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In the Pipeline-Alzheimer's Disease

Evidence for a Blood Test for Alzheimer's Disease

Fitzgerald, Susan

doi: 10.1097/01.NT.0000531198.45994.44
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A blood test was found effective for identifying amyloid-beta biomarkers for Alzheimer's disease, but the researchers said more testing is needed before it can be applied outside of a research setting.

A blood test that measures amyloid biomarkers was found to be a highly accurate predictor of whether a person has brain amyloid suggestive of Alzheimer's disease (AD), according to a report in the February 8 issue of Nature.

The paper by researchers from Japan and Australia comes just months after a team from Washington University in St. Louis independently described encouraging results on a similar blood test for amyloid-beta (Abeta).

“A body of evidence is growing that amyloid deposition in the brain is an initial pathological event of AD, which emerges 20 to 30 years before the onset of cognitive decline,” said Katsuhiko Yanagisawa, MD, one of the researchers who reported on the new blood test, in an email to Neurology Today.

“We strongly hope our method contributes to the understanding of AD and facilitates clinical trials of AD, in which early detection of amyloid deposition is crucially required,” said Dr. Yanagisawa, director-general of the Research Institute at the National Center for Geriatrics and Gerontology in Japan.

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The Japanese and Australian research team used a blood testing method that involved immunoprecipitation of Abeta peptides — a process used to isolate and concentrate a protein from a sample containing many thousands of different proteins — followed by mass spectrometry. They focused on three amyloid peptides, Abeta 40, Abeta 42, and APP 699-711. They used two existing datasets — one involving a cohort of 121 people in Japan and the other comprising 252 people in Australia — to compare findings to the results of positron emission tomography (PET) scans and cerebrospinal fluid (CSF) testing for amyloid.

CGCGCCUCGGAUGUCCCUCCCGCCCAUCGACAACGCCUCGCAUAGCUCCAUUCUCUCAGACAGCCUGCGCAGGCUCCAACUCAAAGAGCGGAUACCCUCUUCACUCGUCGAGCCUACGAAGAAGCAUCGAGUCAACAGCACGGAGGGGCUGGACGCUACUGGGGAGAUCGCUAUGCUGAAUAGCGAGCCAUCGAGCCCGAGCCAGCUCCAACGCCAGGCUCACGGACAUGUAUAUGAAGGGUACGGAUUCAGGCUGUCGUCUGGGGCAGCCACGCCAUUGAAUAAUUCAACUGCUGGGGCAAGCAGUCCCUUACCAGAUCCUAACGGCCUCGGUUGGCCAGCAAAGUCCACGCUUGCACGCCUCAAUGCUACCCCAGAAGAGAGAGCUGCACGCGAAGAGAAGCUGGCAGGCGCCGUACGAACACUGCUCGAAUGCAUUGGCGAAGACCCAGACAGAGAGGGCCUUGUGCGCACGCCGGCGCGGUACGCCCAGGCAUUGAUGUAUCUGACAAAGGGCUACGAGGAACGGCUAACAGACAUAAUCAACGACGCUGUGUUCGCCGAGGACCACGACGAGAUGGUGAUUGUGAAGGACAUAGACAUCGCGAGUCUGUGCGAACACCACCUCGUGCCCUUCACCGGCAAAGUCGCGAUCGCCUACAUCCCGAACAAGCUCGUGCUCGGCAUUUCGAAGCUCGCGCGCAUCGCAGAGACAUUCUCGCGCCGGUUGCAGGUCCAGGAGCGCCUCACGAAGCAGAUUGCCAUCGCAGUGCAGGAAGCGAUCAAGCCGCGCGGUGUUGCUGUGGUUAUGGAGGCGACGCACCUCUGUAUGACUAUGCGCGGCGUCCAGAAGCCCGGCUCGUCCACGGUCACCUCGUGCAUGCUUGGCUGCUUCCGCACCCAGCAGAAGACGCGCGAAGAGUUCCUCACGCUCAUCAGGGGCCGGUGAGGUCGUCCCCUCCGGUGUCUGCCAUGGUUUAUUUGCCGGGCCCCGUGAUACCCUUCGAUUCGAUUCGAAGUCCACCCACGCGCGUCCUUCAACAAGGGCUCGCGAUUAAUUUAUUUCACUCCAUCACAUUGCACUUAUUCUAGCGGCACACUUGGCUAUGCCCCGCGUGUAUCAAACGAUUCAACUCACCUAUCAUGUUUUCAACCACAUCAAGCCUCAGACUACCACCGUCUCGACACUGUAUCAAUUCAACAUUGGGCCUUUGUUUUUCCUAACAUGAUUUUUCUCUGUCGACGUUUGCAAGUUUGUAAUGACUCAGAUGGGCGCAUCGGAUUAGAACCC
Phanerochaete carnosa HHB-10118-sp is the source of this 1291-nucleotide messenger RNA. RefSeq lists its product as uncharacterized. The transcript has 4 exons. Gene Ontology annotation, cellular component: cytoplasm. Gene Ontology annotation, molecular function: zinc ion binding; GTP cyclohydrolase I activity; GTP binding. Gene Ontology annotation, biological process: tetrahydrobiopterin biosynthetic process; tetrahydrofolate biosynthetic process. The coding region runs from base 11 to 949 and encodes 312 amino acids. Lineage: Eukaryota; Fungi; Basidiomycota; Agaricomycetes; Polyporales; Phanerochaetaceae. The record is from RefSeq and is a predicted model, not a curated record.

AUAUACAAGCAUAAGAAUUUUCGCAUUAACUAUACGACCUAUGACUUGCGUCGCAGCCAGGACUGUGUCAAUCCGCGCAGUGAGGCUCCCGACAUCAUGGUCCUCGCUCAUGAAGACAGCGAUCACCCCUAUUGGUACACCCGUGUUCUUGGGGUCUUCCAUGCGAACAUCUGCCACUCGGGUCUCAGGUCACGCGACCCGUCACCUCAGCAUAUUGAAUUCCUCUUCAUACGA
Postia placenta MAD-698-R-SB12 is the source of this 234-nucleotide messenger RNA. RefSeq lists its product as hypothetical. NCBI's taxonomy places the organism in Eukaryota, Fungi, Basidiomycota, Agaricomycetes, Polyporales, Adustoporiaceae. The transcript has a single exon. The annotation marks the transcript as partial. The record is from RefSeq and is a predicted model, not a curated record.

The cohorts included cognitively normal people, people with mild cognitive impairment, and individuals with diagnosed Alzheimer's disease.



“All test biomarkers showed high performance when predicting brain amyloid-beta burden,” the researchers reported; the blood test demonstrated an accuracy rate of about 90 percent. The researchers also found a high correlation between blood tests and CSF results.

The researchers calculated ratios of the different amyloid biomarkers and a composite score of the various biomarkers. Increases in the composite score suggest that amyloid is building up in the brain, Dr. Yanagisawa said.

“These results demonstrate the potential clinical utility of plasma biomarkers in predicting brain amyloid-beta burden at an individual level,” the researchers reported. “These plasma biomarkers also have cost-benefit and scalability advantages over current techniques, potentially enabling broader clinical access and efficient population screening.”

The reported test is not available outside the research team's labs, Dr. Yanagisawa said, and it still needs to be replicated and further refined before it will be ready for use in research studies and physician offices.